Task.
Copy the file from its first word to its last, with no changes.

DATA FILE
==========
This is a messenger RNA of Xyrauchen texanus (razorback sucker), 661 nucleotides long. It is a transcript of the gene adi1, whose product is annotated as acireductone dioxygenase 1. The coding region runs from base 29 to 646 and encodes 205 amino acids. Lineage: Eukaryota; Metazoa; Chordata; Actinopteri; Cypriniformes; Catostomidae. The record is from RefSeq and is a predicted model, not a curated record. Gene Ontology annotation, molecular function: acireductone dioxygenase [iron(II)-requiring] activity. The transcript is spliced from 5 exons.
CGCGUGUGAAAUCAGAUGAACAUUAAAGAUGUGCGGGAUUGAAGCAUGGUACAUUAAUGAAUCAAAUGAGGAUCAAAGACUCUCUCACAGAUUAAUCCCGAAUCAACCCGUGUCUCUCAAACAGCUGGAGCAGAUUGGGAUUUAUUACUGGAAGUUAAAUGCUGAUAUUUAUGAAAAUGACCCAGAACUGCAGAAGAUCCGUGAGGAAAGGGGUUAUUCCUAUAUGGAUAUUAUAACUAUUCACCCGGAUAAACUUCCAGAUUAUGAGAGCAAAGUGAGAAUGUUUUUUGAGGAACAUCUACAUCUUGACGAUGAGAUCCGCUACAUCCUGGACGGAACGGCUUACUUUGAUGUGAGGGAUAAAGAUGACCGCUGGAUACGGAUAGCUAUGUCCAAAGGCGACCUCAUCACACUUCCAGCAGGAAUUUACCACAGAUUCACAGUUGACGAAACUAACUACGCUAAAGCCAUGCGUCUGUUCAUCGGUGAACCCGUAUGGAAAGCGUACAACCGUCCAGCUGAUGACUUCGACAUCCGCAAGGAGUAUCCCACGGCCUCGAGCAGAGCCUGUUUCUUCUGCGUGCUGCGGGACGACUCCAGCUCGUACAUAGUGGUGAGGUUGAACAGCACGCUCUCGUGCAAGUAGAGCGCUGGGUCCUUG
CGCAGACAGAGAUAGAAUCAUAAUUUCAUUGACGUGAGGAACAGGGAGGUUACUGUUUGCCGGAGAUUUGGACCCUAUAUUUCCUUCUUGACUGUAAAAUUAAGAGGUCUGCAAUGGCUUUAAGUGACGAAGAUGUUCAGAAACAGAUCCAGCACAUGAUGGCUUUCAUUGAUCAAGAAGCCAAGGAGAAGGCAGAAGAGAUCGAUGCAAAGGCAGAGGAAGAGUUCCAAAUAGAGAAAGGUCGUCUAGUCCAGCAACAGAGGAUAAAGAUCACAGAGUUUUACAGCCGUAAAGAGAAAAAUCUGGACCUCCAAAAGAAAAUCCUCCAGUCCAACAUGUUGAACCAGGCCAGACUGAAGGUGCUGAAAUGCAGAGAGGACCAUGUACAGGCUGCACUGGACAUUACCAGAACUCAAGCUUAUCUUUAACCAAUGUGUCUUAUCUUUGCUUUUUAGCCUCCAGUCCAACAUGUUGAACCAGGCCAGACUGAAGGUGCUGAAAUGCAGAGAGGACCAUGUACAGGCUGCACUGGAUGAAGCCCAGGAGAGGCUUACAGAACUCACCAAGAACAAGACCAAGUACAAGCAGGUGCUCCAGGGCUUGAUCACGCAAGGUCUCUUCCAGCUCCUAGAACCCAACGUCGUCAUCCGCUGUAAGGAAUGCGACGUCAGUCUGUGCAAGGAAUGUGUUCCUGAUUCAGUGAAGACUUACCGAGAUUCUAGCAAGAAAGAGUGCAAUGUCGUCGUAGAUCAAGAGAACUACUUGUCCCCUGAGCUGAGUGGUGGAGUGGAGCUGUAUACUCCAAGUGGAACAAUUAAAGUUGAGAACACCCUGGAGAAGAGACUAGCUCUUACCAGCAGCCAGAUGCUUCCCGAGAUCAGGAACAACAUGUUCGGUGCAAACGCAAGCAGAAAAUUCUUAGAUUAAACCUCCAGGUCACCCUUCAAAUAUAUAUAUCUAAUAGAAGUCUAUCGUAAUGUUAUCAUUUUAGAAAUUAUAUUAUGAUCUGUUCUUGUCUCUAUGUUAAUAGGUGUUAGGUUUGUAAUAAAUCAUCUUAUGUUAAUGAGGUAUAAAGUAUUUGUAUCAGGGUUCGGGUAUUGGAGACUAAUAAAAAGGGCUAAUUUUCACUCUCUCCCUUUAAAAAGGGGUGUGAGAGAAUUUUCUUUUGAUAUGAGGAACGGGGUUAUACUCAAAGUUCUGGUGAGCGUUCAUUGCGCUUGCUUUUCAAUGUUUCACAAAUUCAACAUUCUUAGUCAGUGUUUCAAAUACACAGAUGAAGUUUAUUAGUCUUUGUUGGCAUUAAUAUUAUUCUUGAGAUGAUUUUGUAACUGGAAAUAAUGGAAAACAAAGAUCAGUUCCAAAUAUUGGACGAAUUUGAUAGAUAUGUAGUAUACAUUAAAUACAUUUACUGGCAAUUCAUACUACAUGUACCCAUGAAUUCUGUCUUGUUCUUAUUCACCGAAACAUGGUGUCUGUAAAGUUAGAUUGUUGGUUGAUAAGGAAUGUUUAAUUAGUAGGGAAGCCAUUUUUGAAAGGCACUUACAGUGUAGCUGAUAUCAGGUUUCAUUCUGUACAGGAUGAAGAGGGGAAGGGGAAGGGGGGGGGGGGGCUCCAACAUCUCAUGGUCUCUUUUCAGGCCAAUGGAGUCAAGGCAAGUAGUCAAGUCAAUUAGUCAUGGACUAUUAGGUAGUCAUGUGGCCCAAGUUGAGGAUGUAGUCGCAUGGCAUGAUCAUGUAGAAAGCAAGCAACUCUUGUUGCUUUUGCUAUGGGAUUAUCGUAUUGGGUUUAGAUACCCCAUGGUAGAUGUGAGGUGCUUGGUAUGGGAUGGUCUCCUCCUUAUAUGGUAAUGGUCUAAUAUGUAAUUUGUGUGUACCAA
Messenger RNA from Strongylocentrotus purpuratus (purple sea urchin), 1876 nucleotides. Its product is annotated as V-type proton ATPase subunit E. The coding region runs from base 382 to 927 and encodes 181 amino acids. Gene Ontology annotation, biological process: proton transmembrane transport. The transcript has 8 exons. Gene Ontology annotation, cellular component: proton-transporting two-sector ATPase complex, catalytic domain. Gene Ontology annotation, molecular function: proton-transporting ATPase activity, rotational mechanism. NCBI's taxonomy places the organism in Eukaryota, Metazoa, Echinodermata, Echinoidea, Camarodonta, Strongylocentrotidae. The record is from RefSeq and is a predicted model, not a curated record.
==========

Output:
This is a messenger RNA of Xyrauchen texanus (razorback sucker), 661 nucleotides long. It is a transcript of the gene adi1, whose product is annotated as acireductone dioxygenase 1. The coding region runs from base 29 to 646 and encodes 205 amino acids. Lineage: Eukaryota; Metazoa; Chordata; Actinopteri; Cypriniformes; Catostomidae. The record is from RefSeq and is a predicted model, not a curated record. Gene Ontology annotation, molecular function: acireductone dioxygenase [iron(II)-requiring] activity. The transcript is spliced from 5 exons.
CGCGUGUGAAAUCAGAUGAACAUUAAAGAUGUGCGGGAUUGAAGCAUGGUACAUUAAUGAAUCAAAUGAGGAUCAAAGACUCUCUCACAGAUUAAUCCCGAAUCAACCCGUGUCUCUCAAACAGCUGGAGCAGAUUGGGAUUUAUUACUGGAAGUUAAAUGCUGAUAUUUAUGAAAAUGACCCAGAACUGCAGAAGAUCCGUGAGGAAAGGGGUUAUUCCUAUAUGGAUAUUAUAACUAUUCACCCGGAUAAACUUCCAGAUUAUGAGAGCAAAGUGAGAAUGUUUUUUGAGGAACAUCUACAUCUUGACGAUGAGAUCCGCUACAUCCUGGACGGAACGGCUUACUUUGAUGUGAGGGAUAAAGAUGACCGCUGGAUACGGAUAGCUAUGUCCAAAGGCGACCUCAUCACACUUCCAGCAGGAAUUUACCACAGAUUCACAGUUGACGAAACUAACUACGCUAAAGCCAUGCGUCUGUUCAUCGGUGAACCCGUAUGGAAAGCGUACAACCGUCCAGCUGAUGACUUCGACAUCCGCAAGGAGUAUCCCACGGCCUCGAGCAGAGCCUGUUUCUUCUGCGUGCUGCGGGACGACUCCAGCUCGUACAUAGUGGUGAGGUUGAACAGCACGCUCUCGUGCAAGUAGAGCGCUGGGUCCUUG
CGCAGACAGAGAUAGAAUCAUAAUUUCAUUGACGUGAGGAACAGGGAGGUUACUGUUUGCCGGAGAUUUGGACCCUAUAUUUCCUUCUUGACUGUAAAAUUAAGAGGUCUGCAAUGGCUUUAAGUGACGAAGAUGUUCAGAAACAGAUCCAGCACAUGAUGGCUUUCAUUGAUCAAGAAGCCAAGGAGAAGGCAGAAGAGAUCGAUGCAAAGGCAGAGGAAGAGUUCCAAAUAGAGAAAGGUCGUCUAGUCCAGCAACAGAGGAUAAAGAUCACAGAGUUUUACAGCCGUAAAGAGAAAAAUCUGGACCUCCAAAAGAAAAUCCUCCAGUCCAACAUGUUGAACCAGGCCAGACUGAAGGUGCUGAAAUGCAGAGAGGACCAUGUACAGGCUGCACUGGACAUUACCAGAACUCAAGCUUAUCUUUAACCAAUGUGUCUUAUCUUUGCUUUUUAGCCUCCAGUCCAACAUGUUGAACCAGGCCAGACUGAAGGUGCUGAAAUGCAGAGAGGACCAUGUACAGGCUGCACUGGAUGAAGCCCAGGAGAGGCUUACAGAACUCACCAAGAACAAGACCAAGUACAAGCAGGUGCUCCAGGGCUUGAUCACGCAAGGUCUCUUCCAGCUCCUAGAACCCAACGUCGUCAUCCGCUGUAAGGAAUGCGACGUCAGUCUGUGCAAGGAAUGUGUUCCUGAUUCAGUGAAGACUUACCGAGAUUCUAGCAAGAAAGAGUGCAAUGUCGUCGUAGAUCAAGAGAACUACUUGUCCCCUGAGCUGAGUGGUGGAGUGGAGCUGUAUACUCCAAGUGGAACAAUUAAAGUUGAGAACACCCUGGAGAAGAGACUAGCUCUUACCAGCAGCCAGAUGCUUCCCGAGAUCAGGAACAACAUGUUCGGUGCAAACGCAAGCAGAAAAUUCUUAGAUUAAACCUCCAGGUCACCCUUCAAAUAUAUAUAUCUAAUAGAAGUCUAUCGUAAUGUUAUCAUUUUAGAAAUUAUAUUAUGAUCUGUUCUUGUCUCUAUGUUAAUAGGUGUUAGGUUUGUAAUAAAUCAUCUUAUGUUAAUGAGGUAUAAAGUAUUUGUAUCAGGGUUCGGGUAUUGGAGACUAAUAAAAAGGGCUAAUUUUCACUCUCUCCCUUUAAAAAGGGGUGUGAGAGAAUUUUCUUUUGAUAUGAGGAACGGGGUUAUACUCAAAGUUCUGGUGAGCGUUCAUUGCGCUUGCUUUUCAAUGUUUCACAAAUUCAACAUUCUUAGUCAGUGUUUCAAAUACACAGAUGAAGUUUAUUAGUCUUUGUUGGCAUUAAUAUUAUUCUUGAGAUGAUUUUGUAACUGGAAAUAAUGGAAAACAAAGAUCAGUUCCAAAUAUUGGACGAAUUUGAUAGAUAUGUAGUAUACAUUAAAUACAUUUACUGGCAAUUCAUACUACAUGUACCCAUGAAUUCUGUCUUGUUCUUAUUCACCGAAACAUGGUGUCUGUAAAGUUAGAUUGUUGGUUGAUAAGGAAUGUUUAAUUAGUAGGGAAGCCAUUUUUGAAAGGCACUUACAGUGUAGCUGAUAUCAGGUUUCAUUCUGUACAGGAUGAAGAGGGGAAGGGGAAGGGGGGGGGGGGGCUCCAACAUCUCAUGGUCUCUUUUCAGGCCAAUGGAGUCAAGGCAAGUAGUCAAGUCAAUUAGUCAUGGACUAUUAGGUAGUCAUGUGGCCCAAGUUGAGGAUGUAGUCGCAUGGCAUGAUCAUGUAGAAAGCAAGCAACUCUUGUUGCUUUUGCUAUGGGAUUAUCGUAUUGGGUUUAGAUACCCCAUGGUAGAUGUGAGGUGCUUGGUAUGGGAUGGUCUCCUCCUUAUAUGGUAAUGGUCUAAUAUGUAAUUUGUGUGUACCAA
Messenger RNA from Strongylocentrotus purpuratus (purple sea urchin), 1876 nucleotides. Its product is annotated as V-type proton ATPase subunit E. The coding region runs from base 382 to 927 and encodes 181 amino acids. Gene Ontology annotation, biological process: proton transmembrane transport. The transcript has 8 exons. Gene Ontology annotation, cellular component: proton-transporting two-sector ATPase complex, catalytic domain. Gene Ontology annotation, molecular function: proton-transporting ATPase activity, rotational mechanism. NCBI's taxonomy places the organism in Eukaryota, Metazoa, Echinodermata, Echinoidea, Camarodonta, Strongylocentrotidae. The record is from RefSeq and is a predicted model, not a curated record.